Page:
Many HR professionals spend time agonizing over whether to fire someone they believe broke a rule warranting discharge. Could they have been wrong about the facts?
Relax. There’s no need to second-guess yourself endlessly. Instead, conduct a prompt and thorough investigation and make a decision.
Even if it turns out you were wrong about a fact, chances are a court won’t slam you if it believes you acted honestly and in good faith.
Recent case: Carol, who was in her 60s, worked at a Burlington Coat Factory store. When a security officer saw that Carol was holding clothing for her own purchase in her office, the officer began an investigation. One pair of jeans appeared to be current merchandise, but had a mark-down sticker on the tag. The officer asked Carol whether she had marked down the jeans and Carol said she had not, but had pulled the jeans from a sales floor rack.
The officer then reviewed video, which appeared to show Carol removing jeans from a rack of new merchandise that had just come in and was not yet on the sales floor. She recommended termination and Carol was fired.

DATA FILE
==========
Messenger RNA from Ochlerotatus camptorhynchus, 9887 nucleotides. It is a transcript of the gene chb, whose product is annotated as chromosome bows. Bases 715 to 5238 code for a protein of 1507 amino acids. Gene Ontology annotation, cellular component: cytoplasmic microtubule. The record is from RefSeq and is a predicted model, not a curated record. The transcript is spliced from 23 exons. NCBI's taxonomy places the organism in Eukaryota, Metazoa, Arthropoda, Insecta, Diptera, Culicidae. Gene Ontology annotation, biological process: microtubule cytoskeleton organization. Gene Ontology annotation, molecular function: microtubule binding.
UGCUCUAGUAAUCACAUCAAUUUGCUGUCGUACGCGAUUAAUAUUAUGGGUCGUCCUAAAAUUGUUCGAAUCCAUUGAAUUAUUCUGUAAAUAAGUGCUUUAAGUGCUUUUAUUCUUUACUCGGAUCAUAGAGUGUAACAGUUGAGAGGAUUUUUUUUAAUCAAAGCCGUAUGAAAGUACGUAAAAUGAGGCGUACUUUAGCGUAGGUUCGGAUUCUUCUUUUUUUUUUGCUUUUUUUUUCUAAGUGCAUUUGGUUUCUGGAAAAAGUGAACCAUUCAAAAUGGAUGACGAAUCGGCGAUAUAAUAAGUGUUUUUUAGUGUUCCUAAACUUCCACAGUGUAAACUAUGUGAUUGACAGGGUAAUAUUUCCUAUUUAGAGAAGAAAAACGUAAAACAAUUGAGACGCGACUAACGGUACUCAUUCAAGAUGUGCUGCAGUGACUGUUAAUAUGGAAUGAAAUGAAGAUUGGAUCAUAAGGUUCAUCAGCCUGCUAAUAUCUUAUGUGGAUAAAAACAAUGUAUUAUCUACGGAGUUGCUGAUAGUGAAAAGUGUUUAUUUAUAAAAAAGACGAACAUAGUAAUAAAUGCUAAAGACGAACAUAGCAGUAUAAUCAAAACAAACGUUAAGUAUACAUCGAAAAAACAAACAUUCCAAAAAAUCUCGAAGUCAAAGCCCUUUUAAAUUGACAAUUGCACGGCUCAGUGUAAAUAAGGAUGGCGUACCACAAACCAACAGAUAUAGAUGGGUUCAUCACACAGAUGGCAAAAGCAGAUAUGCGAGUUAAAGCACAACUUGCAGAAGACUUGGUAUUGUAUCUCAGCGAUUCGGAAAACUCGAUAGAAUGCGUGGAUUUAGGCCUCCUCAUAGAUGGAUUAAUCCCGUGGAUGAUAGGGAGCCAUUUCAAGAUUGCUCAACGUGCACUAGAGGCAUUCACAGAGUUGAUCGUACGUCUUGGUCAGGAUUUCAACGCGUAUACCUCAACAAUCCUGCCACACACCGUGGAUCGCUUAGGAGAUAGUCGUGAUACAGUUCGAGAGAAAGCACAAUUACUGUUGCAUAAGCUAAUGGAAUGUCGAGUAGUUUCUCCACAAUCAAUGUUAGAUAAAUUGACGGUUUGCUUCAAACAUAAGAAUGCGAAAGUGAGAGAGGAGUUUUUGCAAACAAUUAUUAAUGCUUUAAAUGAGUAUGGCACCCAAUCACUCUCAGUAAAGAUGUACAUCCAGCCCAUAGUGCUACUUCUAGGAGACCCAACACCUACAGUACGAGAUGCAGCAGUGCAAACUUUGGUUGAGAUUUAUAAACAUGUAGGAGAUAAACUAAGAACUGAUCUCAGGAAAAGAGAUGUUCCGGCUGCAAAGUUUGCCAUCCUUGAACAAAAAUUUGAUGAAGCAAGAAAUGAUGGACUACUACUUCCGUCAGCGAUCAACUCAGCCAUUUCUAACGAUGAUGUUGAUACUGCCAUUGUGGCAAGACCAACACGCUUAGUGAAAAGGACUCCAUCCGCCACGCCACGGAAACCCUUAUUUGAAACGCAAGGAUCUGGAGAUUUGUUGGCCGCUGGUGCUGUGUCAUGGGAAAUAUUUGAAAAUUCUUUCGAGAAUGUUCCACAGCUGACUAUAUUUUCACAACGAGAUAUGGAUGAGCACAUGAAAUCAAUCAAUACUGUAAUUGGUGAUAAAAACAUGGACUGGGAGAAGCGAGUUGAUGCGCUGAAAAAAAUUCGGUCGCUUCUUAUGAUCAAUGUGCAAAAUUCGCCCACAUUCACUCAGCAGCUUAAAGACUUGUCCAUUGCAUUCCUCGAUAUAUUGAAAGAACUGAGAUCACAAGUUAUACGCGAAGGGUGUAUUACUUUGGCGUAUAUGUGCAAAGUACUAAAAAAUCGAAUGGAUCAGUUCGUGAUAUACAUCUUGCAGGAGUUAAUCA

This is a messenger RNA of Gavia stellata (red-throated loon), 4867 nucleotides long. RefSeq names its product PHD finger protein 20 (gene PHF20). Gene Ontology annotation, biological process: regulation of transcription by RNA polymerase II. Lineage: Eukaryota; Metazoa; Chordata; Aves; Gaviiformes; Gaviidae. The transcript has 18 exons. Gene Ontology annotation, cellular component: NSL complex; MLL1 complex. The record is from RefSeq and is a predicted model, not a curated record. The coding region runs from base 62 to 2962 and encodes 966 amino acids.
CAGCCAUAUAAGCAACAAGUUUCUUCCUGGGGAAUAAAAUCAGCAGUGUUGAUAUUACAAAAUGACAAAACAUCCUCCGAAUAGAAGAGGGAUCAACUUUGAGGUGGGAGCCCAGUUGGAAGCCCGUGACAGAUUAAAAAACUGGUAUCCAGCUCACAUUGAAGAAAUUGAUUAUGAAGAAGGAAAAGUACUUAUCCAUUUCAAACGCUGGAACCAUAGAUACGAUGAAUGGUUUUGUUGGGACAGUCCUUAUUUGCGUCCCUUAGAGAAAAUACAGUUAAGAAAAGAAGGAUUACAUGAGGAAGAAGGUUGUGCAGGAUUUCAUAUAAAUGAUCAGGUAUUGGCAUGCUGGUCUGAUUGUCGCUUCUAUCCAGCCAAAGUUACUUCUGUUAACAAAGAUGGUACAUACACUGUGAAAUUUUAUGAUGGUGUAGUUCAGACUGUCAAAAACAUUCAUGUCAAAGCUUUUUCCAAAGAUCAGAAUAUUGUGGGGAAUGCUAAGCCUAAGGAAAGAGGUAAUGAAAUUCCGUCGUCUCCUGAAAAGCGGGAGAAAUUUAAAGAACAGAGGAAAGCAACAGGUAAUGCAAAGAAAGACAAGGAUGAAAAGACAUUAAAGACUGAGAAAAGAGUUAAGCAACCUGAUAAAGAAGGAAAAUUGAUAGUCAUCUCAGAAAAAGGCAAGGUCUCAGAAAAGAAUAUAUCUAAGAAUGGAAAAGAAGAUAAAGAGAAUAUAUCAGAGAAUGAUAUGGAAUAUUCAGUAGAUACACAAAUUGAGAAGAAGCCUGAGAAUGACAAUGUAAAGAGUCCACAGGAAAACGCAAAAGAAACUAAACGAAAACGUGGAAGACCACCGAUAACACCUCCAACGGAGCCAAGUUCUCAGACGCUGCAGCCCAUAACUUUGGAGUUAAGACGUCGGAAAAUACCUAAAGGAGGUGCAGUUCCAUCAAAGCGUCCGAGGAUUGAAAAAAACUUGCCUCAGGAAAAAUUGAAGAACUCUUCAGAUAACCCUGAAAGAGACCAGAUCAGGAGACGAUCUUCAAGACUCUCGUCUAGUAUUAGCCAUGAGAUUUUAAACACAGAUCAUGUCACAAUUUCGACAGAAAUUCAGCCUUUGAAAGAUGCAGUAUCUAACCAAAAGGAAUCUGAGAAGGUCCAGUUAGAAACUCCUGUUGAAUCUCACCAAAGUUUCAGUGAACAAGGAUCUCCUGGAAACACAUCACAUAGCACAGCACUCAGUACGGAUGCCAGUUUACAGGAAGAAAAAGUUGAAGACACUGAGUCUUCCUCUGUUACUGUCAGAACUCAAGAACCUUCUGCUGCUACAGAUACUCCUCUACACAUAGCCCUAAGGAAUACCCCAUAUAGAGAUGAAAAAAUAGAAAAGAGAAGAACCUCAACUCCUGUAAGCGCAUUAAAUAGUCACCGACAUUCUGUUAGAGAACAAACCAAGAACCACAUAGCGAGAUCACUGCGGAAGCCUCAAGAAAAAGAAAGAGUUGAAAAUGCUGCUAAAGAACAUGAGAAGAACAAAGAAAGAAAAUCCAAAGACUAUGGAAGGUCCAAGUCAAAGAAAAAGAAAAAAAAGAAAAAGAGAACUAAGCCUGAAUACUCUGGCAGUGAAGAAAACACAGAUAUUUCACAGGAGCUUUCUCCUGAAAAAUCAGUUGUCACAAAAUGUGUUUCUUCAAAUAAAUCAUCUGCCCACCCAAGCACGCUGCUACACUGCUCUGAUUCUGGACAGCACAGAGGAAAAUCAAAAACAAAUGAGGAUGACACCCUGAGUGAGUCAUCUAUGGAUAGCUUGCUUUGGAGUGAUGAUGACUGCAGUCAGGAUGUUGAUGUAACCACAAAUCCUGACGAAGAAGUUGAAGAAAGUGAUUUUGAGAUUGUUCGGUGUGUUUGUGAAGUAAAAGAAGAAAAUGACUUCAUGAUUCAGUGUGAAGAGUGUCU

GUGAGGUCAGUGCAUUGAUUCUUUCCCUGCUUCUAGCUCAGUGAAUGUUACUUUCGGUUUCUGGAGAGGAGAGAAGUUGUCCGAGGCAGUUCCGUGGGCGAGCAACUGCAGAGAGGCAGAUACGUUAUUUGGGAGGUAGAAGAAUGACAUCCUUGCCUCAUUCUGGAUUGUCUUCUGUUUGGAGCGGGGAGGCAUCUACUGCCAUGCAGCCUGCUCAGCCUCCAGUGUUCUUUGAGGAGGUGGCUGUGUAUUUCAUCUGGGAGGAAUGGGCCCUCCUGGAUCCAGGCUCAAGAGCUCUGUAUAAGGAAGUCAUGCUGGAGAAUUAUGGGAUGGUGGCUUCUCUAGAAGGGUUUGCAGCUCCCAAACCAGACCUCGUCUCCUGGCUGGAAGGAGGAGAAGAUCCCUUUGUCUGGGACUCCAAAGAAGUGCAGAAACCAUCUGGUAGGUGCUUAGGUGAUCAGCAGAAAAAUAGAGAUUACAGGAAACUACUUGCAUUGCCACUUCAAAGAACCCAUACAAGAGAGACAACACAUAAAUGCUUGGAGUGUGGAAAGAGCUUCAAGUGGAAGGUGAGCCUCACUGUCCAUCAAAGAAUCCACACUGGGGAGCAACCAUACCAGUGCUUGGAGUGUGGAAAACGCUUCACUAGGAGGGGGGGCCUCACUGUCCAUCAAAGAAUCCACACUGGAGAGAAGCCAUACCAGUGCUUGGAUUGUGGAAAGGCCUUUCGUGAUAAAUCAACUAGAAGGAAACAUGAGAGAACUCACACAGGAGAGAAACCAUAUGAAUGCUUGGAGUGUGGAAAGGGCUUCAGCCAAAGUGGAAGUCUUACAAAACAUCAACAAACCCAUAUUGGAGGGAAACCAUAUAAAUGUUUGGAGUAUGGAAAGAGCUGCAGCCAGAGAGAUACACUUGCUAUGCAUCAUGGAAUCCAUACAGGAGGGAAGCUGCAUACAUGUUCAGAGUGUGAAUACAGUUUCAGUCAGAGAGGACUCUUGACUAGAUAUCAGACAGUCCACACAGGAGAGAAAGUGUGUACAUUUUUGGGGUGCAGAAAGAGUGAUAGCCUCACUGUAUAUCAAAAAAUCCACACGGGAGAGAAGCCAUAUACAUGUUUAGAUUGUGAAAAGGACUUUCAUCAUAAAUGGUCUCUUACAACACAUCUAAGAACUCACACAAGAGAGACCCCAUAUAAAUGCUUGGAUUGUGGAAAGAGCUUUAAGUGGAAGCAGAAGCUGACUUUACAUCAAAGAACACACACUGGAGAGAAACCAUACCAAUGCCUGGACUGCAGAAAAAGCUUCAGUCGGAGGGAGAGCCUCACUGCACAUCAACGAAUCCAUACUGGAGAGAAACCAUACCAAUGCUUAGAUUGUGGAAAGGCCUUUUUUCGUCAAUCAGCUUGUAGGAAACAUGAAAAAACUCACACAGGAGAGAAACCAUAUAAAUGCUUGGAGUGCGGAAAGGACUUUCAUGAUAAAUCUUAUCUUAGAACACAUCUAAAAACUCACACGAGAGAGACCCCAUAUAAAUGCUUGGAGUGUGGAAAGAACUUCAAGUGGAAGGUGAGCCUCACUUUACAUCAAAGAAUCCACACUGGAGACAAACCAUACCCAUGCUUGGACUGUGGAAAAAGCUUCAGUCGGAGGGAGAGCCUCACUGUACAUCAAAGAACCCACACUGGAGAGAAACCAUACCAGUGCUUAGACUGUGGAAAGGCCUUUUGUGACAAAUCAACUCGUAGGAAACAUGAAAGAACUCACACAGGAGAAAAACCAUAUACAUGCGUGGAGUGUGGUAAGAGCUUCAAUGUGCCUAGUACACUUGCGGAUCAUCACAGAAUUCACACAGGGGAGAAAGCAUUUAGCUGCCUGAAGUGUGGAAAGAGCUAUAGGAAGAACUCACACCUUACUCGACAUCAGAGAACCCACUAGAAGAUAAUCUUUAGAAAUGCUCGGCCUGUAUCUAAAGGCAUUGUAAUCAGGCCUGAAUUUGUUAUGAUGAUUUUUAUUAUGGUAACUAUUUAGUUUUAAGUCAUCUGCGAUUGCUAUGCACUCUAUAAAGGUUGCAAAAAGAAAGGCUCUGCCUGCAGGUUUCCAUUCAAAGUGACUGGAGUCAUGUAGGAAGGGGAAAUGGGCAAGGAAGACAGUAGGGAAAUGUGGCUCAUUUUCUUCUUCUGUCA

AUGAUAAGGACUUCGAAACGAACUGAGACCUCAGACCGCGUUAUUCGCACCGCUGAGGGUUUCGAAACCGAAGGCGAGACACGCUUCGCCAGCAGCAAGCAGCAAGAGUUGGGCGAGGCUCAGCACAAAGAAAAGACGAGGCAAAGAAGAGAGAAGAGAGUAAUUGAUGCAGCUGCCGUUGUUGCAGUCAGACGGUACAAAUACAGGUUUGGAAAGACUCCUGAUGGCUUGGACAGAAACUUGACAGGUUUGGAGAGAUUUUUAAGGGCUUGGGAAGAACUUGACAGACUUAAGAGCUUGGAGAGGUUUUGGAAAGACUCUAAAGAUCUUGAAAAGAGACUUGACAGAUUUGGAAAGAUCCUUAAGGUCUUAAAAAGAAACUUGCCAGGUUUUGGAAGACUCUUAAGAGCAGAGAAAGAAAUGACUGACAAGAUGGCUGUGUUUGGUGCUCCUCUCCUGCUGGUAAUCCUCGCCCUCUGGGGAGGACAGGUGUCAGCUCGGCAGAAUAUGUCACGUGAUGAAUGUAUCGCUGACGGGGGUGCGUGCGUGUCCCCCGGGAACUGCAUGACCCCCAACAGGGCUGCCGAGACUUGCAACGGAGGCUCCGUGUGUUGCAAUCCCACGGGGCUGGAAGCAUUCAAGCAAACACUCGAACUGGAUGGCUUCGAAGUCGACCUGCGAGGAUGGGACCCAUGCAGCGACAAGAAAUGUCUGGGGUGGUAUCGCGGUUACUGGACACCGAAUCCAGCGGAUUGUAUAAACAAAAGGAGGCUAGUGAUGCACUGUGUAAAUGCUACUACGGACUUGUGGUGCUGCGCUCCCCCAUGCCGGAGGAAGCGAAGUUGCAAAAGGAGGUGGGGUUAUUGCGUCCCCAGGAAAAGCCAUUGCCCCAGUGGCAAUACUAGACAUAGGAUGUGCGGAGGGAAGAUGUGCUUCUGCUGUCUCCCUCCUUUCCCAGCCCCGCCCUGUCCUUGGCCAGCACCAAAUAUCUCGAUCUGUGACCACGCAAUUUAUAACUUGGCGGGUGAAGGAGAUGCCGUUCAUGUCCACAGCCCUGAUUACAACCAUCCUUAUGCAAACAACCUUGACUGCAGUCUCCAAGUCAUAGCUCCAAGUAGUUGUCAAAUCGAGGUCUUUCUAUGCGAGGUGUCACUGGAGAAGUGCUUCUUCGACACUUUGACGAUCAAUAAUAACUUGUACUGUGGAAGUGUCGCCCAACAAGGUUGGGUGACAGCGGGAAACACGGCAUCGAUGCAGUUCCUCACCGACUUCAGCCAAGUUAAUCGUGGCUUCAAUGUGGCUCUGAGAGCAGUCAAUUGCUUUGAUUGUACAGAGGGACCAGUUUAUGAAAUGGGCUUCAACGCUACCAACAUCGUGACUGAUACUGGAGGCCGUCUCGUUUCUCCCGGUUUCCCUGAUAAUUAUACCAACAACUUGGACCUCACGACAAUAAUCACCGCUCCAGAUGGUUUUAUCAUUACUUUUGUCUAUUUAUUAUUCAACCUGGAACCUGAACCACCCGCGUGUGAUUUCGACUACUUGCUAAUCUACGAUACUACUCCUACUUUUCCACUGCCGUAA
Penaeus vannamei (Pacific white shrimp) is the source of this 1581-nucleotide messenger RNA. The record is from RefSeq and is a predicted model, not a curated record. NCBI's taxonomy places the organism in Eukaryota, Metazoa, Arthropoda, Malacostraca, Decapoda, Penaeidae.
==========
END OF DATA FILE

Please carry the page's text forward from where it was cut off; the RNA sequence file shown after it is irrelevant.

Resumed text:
Carol sued, alleging age discrimination. She told the court that she had not, in fact, placed the sticker on the jeans and that the charges were trumped up to get rid of an older employee.
The court said she had no case. It didn’t matter who was telling the truth or whether Carol had in fact changed the sticker. What mattered was that the employer reasonably believed she had marked down the jeans after it had investigated and reviewed the video evidence.
The court said its job isn’t to second-guess employers’ reasonable decisions or to rectify possible unfair mistakes. (Corl v. Burlington Coat Factory, No, 1:10-CV-406, MD NC, 2013)
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